1 It doesn’t get easier to witness what’s happening back home just cause I “escaped” to Europe. Heck, it might even be a little harder. My thoughts are with the people who are vulnerable and suffering.
2 You know how anywhere you travel, you’ll find some yokel who says “If ya don’t like the weather here, just wait a few minutes and it’ll change” and then gives a hearty laugh? Yeah that is NOT the case around here. It’s been mostly cloudy in the mid-30s since I arrived, literally any time, day or night.
Speaking of which, here’s my handy-dandy conversion kit to understand temperatures in Celsius. It’s not that hard!
40: Texas in August
3 My Dutch is sloooowly progressing. I can speak a sentence with a few seconds’ thought, whereas my comprehension has progressed from “recognizing two words” to “recognizing five words and maybe grasping the topic of conversation.”
Dutch word order is a bag of monkeys, by the way. Today’s example: “She did not hear me say that” translates to “Zij heeft mij dat niet horen zeggen,” or “She has me that not heard said.”
As before, though, learning a new language teaches you a lot about your own. Have you ever thought about how “mint” can mean either a flavorful herb or the place where they make money? It’s the same word!!
4 I’ve shared this before, but this is how the Dutch do trash collection, and it’s awesome.
5 Just a random fact, because I looooove random facts: in 1973, Duracell debuted a battery-powered pink plush bunny mascot with a European commercial, but they never trademarked the bunny in the United States. Fifteen years later, Energizer stole the concept and introduced the Energizer Bunny with a US commercial. So that means when you’re in the US, you see the Energizer bunny; and when you’re anywhere else, you see the Duracell bunny.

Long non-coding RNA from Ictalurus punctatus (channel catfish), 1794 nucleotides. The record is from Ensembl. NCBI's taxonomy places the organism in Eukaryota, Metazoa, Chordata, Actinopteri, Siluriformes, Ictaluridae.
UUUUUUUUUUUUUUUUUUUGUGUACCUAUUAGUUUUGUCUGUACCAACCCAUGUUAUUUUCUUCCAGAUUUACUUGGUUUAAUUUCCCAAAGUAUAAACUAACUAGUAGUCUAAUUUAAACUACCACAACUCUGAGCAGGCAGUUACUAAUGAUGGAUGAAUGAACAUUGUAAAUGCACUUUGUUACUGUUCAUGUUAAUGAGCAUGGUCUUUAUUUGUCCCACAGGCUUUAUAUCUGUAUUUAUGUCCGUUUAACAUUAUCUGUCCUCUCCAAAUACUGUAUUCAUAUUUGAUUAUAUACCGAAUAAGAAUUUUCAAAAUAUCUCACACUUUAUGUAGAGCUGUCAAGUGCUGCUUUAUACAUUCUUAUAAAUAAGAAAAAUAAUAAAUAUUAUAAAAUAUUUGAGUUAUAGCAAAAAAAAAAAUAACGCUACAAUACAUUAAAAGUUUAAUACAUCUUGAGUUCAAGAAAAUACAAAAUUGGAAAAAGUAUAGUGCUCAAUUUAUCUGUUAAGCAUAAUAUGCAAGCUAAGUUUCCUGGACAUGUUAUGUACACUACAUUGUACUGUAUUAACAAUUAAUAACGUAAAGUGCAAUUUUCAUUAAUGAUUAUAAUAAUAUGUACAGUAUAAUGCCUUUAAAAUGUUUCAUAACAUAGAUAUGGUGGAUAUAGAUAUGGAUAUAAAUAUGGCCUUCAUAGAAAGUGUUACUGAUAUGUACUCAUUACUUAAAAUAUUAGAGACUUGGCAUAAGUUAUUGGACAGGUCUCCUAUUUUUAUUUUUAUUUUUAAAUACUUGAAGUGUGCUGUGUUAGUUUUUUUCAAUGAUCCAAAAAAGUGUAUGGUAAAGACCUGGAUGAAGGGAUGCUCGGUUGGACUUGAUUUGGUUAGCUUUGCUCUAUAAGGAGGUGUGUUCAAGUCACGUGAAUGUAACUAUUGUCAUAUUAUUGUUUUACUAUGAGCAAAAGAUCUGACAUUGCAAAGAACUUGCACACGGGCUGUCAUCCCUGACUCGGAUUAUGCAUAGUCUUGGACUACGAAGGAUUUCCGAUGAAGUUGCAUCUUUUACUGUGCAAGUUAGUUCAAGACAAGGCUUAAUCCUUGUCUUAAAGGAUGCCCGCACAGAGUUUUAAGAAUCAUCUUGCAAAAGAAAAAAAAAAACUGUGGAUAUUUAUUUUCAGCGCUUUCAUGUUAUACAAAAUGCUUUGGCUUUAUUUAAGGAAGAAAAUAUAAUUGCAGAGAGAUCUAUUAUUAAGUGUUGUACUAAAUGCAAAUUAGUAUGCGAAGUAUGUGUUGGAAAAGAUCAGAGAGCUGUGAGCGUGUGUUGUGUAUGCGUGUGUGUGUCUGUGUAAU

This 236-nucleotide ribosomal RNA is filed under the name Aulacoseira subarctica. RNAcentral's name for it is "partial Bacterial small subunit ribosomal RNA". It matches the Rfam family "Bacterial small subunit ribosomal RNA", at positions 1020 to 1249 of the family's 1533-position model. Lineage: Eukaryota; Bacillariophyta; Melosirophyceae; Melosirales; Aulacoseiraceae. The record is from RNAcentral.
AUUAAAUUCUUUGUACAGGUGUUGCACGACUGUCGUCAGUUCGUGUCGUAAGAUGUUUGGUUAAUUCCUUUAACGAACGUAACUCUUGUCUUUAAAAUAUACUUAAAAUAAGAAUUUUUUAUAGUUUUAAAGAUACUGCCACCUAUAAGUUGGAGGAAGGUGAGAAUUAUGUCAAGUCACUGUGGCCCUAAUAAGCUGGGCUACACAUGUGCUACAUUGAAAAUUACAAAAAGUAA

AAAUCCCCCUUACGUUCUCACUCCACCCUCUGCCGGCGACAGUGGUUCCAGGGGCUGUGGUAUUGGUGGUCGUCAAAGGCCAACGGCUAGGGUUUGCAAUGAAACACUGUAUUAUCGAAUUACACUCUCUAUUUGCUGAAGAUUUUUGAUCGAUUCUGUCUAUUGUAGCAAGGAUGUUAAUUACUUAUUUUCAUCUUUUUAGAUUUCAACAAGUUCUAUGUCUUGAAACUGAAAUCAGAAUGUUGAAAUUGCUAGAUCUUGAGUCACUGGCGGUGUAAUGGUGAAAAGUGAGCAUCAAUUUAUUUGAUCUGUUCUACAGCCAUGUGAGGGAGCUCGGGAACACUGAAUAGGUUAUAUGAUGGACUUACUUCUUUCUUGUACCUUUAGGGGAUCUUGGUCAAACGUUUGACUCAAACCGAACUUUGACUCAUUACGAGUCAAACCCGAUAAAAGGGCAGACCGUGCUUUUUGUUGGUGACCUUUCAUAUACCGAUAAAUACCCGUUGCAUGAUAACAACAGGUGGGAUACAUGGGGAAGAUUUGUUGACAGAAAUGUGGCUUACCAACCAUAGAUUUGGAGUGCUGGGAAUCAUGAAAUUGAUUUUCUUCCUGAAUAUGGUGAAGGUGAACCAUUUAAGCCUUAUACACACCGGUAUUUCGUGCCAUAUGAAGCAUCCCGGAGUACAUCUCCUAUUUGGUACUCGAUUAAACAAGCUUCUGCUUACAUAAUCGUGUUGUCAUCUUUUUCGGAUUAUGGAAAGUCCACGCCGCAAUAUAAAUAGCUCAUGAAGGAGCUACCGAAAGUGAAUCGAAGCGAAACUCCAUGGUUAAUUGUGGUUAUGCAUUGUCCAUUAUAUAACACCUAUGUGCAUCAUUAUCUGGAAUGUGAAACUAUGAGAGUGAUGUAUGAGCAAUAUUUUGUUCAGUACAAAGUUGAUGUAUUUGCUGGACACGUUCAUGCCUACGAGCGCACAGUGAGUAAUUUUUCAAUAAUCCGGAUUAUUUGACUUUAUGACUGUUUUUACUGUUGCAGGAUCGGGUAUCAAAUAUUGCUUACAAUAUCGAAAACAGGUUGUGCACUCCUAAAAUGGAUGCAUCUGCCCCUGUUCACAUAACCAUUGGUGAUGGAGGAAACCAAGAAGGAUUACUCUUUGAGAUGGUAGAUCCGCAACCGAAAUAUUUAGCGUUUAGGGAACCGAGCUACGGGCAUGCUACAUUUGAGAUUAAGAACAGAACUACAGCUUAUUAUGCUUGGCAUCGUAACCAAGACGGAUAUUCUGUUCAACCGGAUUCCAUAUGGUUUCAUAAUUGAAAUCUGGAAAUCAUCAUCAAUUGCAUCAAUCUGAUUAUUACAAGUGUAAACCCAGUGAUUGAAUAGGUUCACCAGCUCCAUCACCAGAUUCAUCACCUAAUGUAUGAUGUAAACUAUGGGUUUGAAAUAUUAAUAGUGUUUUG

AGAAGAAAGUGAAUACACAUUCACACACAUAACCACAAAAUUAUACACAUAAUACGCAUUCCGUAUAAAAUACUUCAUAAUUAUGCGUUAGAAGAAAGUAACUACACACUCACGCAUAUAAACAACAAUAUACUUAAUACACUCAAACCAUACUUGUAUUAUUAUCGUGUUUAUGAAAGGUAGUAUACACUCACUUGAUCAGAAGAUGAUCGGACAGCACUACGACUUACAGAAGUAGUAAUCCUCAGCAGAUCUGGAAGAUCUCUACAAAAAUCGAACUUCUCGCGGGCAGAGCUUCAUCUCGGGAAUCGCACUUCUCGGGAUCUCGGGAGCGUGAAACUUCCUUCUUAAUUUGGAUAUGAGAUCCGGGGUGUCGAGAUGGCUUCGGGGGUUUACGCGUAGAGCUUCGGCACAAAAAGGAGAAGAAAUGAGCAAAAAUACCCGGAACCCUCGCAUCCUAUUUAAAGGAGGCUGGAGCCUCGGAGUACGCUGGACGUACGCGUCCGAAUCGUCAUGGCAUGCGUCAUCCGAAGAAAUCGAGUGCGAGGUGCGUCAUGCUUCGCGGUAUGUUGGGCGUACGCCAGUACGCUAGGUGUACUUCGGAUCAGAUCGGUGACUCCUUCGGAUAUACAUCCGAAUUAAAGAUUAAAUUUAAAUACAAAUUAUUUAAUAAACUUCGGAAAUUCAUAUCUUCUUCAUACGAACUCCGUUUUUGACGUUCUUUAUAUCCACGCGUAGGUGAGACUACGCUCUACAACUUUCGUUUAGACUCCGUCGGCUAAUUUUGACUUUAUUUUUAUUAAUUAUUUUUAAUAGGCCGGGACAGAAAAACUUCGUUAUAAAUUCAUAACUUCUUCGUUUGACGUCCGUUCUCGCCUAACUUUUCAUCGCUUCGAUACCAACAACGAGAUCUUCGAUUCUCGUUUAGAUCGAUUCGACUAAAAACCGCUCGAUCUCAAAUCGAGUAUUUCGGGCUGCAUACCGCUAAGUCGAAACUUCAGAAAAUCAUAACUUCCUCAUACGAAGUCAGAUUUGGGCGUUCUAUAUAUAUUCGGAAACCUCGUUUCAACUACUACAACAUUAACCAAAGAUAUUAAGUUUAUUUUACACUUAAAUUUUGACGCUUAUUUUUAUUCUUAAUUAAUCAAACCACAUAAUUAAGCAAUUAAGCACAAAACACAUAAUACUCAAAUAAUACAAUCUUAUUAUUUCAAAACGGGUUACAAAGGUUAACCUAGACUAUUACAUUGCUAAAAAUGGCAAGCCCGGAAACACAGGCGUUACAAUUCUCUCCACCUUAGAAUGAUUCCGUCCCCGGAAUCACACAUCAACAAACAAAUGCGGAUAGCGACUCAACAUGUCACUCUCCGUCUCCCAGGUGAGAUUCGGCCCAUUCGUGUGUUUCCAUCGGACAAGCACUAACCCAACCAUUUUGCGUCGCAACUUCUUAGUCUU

6 Being a World War II nut makes a move to Europe all the more interesting. It was well less than a century ago that Nazi Kübelwagens were rolling down my street; the D-Day beaches are a day’s drive away. The most famous local story was Anne Frank, of course, and only after moving here did I realize I had a fundamental misunderstanding of the story: the “secret house” in the city center that Anne’s family hid in for two years was not their house. I realized this because the house where they did live before going into hiding is a ten-minute walk from mine. The streets Anne walked on, the park where she played, even the bookstore where she bought her diary (still in business!) are all right across the neighborhood. History here feels as close as a curtain against a window.
7 Okay, that was a bit heavy. Here’s a palate cleanser: a ten-minute time-lapse of a boat’s commute across the Dutch countryside from Rotterdam to Amsterdam. (If you’re the impatient sort you can skip to eight minutes, when day turns to night and they arrive in Amsterdam.)
HOT DRAWBRIDGE ACTION!! ???
8 I know long-distance relationships are all the rage, but have you tried a SHORT-distance relationship? It is soooo much better.